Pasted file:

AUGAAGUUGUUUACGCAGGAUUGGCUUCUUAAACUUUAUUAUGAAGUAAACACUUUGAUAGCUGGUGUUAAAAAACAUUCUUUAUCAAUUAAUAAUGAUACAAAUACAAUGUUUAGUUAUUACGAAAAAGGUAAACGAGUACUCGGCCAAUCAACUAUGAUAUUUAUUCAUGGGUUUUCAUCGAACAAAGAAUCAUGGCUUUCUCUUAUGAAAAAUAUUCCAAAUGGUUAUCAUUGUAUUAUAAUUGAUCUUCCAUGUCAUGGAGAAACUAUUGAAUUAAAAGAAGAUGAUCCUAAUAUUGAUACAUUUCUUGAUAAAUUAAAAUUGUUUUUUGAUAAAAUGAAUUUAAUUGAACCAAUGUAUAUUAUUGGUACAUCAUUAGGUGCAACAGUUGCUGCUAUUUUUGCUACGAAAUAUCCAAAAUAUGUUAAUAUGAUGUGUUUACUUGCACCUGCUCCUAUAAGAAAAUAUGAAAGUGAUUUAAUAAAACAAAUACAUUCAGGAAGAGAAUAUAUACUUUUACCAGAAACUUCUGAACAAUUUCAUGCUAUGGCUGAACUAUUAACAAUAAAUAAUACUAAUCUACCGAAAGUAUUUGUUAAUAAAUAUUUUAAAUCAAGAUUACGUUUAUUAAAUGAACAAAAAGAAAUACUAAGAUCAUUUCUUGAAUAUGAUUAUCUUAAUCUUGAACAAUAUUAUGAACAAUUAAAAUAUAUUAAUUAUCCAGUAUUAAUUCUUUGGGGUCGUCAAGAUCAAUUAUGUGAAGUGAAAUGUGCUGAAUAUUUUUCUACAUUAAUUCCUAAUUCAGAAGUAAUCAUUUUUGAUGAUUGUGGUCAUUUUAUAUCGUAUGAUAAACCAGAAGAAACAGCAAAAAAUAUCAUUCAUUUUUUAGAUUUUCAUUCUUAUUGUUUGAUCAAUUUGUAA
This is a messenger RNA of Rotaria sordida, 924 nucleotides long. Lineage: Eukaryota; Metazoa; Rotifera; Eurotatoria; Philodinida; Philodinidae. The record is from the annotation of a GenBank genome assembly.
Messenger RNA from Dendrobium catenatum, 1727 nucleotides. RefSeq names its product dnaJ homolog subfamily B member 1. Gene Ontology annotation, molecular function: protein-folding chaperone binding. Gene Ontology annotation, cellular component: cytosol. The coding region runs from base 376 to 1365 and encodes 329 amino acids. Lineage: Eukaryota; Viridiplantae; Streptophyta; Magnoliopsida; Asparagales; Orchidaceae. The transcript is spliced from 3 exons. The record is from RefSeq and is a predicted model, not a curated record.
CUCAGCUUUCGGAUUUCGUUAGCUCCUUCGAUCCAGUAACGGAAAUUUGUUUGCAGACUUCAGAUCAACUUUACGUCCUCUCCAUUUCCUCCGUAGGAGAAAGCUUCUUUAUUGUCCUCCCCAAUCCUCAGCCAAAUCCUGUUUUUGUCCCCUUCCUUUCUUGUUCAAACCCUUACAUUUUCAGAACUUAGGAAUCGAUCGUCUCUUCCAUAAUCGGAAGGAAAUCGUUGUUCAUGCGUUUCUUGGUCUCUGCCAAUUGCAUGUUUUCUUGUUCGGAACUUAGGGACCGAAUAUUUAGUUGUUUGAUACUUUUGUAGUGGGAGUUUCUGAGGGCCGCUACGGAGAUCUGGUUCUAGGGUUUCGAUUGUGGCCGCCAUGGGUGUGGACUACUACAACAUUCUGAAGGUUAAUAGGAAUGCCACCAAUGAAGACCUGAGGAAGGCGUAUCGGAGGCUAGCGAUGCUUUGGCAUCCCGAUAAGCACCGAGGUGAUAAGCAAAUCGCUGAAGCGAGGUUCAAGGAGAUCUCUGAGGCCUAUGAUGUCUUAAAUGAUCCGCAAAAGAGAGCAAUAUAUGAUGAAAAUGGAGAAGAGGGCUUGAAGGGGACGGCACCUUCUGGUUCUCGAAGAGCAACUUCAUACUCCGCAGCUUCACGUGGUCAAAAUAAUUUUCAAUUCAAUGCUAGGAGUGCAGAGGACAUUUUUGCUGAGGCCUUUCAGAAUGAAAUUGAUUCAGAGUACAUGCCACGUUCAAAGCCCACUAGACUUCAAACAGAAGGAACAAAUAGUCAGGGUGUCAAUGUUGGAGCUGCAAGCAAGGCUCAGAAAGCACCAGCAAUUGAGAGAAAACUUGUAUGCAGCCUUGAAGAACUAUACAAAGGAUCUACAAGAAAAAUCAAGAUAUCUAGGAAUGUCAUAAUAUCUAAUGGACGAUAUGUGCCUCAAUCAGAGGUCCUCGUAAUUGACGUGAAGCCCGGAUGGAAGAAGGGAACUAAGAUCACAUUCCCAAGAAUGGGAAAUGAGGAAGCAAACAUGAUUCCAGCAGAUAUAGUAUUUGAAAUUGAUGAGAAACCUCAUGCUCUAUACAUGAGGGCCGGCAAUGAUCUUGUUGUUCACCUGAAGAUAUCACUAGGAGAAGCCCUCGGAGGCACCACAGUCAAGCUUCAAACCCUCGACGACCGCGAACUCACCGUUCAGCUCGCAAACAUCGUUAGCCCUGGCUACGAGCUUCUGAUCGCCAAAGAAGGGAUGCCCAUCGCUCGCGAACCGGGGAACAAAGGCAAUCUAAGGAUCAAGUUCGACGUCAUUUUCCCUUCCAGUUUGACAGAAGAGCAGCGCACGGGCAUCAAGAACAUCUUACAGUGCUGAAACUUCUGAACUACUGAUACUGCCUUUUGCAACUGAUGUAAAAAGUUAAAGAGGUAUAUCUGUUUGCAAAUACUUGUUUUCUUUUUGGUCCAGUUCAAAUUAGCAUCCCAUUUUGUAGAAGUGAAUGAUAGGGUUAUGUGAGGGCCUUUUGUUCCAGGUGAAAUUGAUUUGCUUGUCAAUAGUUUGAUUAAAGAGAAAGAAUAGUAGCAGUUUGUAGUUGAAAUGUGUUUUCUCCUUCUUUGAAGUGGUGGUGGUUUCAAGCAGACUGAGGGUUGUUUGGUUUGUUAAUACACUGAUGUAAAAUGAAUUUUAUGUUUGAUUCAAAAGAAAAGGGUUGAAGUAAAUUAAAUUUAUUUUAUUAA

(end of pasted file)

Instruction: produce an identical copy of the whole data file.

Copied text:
AUGAAGUUGUUUACGCAGGAUUGGCUUCUUAAACUUUAUUAUGAAGUAAACACUUUGAUAGCUGGUGUUAAAAAACAUUCUUUAUCAAUUAAUAAUGAUACAAAUACAAUGUUUAGUUAUUACGAAAAAGGUAAACGAGUACUCGGCCAAUCAACUAUGAUAUUUAUUCAUGGGUUUUCAUCGAACAAAGAAUCAUGGCUUUCUCUUAUGAAAAAUAUUCCAAAUGGUUAUCAUUGUAUUAUAAUUGAUCUUCCAUGUCAUGGAGAAACUAUUGAAUUAAAAGAAGAUGAUCCUAAUAUUGAUACAUUUCUUGAUAAAUUAAAAUUGUUUUUUGAUAAAAUGAAUUUAAUUGAACCAAUGUAUAUUAUUGGUACAUCAUUAGGUGCAACAGUUGCUGCUAUUUUUGCUACGAAAUAUCCAAAAUAUGUUAAUAUGAUGUGUUUACUUGCACCUGCUCCUAUAAGAAAAUAUGAAAGUGAUUUAAUAAAACAAAUACAUUCAGGAAGAGAAUAUAUACUUUUACCAGAAACUUCUGAACAAUUUCAUGCUAUGGCUGAACUAUUAACAAUAAAUAAUACUAAUCUACCGAAAGUAUUUGUUAAUAAAUAUUUUAAAUCAAGAUUACGUUUAUUAAAUGAACAAAAAGAAAUACUAAGAUCAUUUCUUGAAUAUGAUUAUCUUAAUCUUGAACAAUAUUAUGAACAAUUAAAAUAUAUUAAUUAUCCAGUAUUAAUUCUUUGGGGUCGUCAAGAUCAAUUAUGUGAAGUGAAAUGUGCUGAAUAUUUUUCUACAUUAAUUCCUAAUUCAGAAGUAAUCAUUUUUGAUGAUUGUGGUCAUUUUAUAUCGUAUGAUAAACCAGAAGAAACAGCAAAAAAUAUCAUUCAUUUUUUAGAUUUUCAUUCUUAUUGUUUGAUCAAUUUGUAA
This is a messenger RNA of Rotaria sordida, 924 nucleotides long. Lineage: Eukaryota; Metazoa; Rotifera; Eurotatoria; Philodinida; Philodinidae. The record is from the annotation of a GenBank genome assembly.
Messenger RNA from Dendrobium catenatum, 1727 nucleotides. RefSeq names its product dnaJ homolog subfamily B member 1. Gene Ontology annotation, molecular function: protein-folding chaperone binding. Gene Ontology annotation, cellular component: cytosol. The coding region runs from base 376 to 1365 and encodes 329 amino acids. Lineage: Eukaryota; Viridiplantae; Streptophyta; Magnoliopsida; Asparagales; Orchidaceae. The transcript is spliced from 3 exons. The record is from RefSeq and is a predicted model, not a curated record.
CUCAGCUUUCGGAUUUCGUUAGCUCCUUCGAUCCAGUAACGGAAAUUUGUUUGCAGACUUCAGAUCAACUUUACGUCCUCUCCAUUUCCUCCGUAGGAGAAAGCUUCUUUAUUGUCCUCCCCAAUCCUCAGCCAAAUCCUGUUUUUGUCCCCUUCCUUUCUUGUUCAAACCCUUACAUUUUCAGAACUUAGGAAUCGAUCGUCUCUUCCAUAAUCGGAAGGAAAUCGUUGUUCAUGCGUUUCUUGGUCUCUGCCAAUUGCAUGUUUUCUUGUUCGGAACUUAGGGACCGAAUAUUUAGUUGUUUGAUACUUUUGUAGUGGGAGUUUCUGAGGGCCGCUACGGAGAUCUGGUUCUAGGGUUUCGAUUGUGGCCGCCAUGGGUGUGGACUACUACAACAUUCUGAAGGUUAAUAGGAAUGCCACCAAUGAAGACCUGAGGAAGGCGUAUCGGAGGCUAGCGAUGCUUUGGCAUCCCGAUAAGCACCGAGGUGAUAAGCAAAUCGCUGAAGCGAGGUUCAAGGAGAUCUCUGAGGCCUAUGAUGUCUUAAAUGAUCCGCAAAAGAGAGCAAUAUAUGAUGAAAAUGGAGAAGAGGGCUUGAAGGGGACGGCACCUUCUGGUUCUCGAAGAGCAACUUCAUACUCCGCAGCUUCACGUGGUCAAAAUAAUUUUCAAUUCAAUGCUAGGAGUGCAGAGGACAUUUUUGCUGAGGCCUUUCAGAAUGAAAUUGAUUCAGAGUACAUGCCACGUUCAAAGCCCACUAGACUUCAAACAGAAGGAACAAAUAGUCAGGGUGUCAAUGUUGGAGCUGCAAGCAAGGCUCAGAAAGCACCAGCAAUUGAGAGAAAACUUGUAUGCAGCCUUGAAGAACUAUACAAAGGAUCUACAAGAAAAAUCAAGAUAUCUAGGAAUGUCAUAAUAUCUAAUGGACGAUAUGUGCCUCAAUCAGAGGUCCUCGUAAUUGACGUGAAGCCCGGAUGGAAGAAGGGAACUAAGAUCACAUUCCCAAGAAUGGGAAAUGAGGAAGCAAACAUGAUUCCAGCAGAUAUAGUAUUUGAAAUUGAUGAGAAACCUCAUGCUCUAUACAUGAGGGCCGGCAAUGAUCUUGUUGUUCACCUGAAGAUAUCACUAGGAGAAGCCCUCGGAGGCACCACAGUCAAGCUUCAAACCCUCGACGACCGCGAACUCACCGUUCAGCUCGCAAACAUCGUUAGCCCUGGCUACGAGCUUCUGAUCGCCAAAGAAGGGAUGCCCAUCGCUCGCGAACCGGGGAACAAAGGCAAUCUAAGGAUCAAGUUCGACGUCAUUUUCCCUUCCAGUUUGACAGAAGAGCAGCGCACGGGCAUCAAGAACAUCUUACAGUGCUGAAACUUCUGAACUACUGAUACUGCCUUUUGCAACUGAUGUAAAAAGUUAAAGAGGUAUAUCUGUUUGCAAAUACUUGUUUUCUUUUUGGUCCAGUUCAAAUUAGCAUCCCAUUUUGUAGAAGUGAAUGAUAGGGUUAUGUGAGGGCCUUUUGUUCCAGGUGAAAUUGAUUUGCUUGUCAAUAGUUUGAUUAAAGAGAAAGAAUAGUAGCAGUUUGUAGUUGAAAUGUGUUUUCUCCUUCUUUGAAGUGGUGGUGGUUUCAAGCAGACUGAGGGUUGUUUGGUUUGUUAAUACACUGAUGUAAAAUGAAUUUUAUGUUUGAUUCAAAAGAAAAGGGUUGAAGUAAAUUAAAUUUAUUUUAUUAA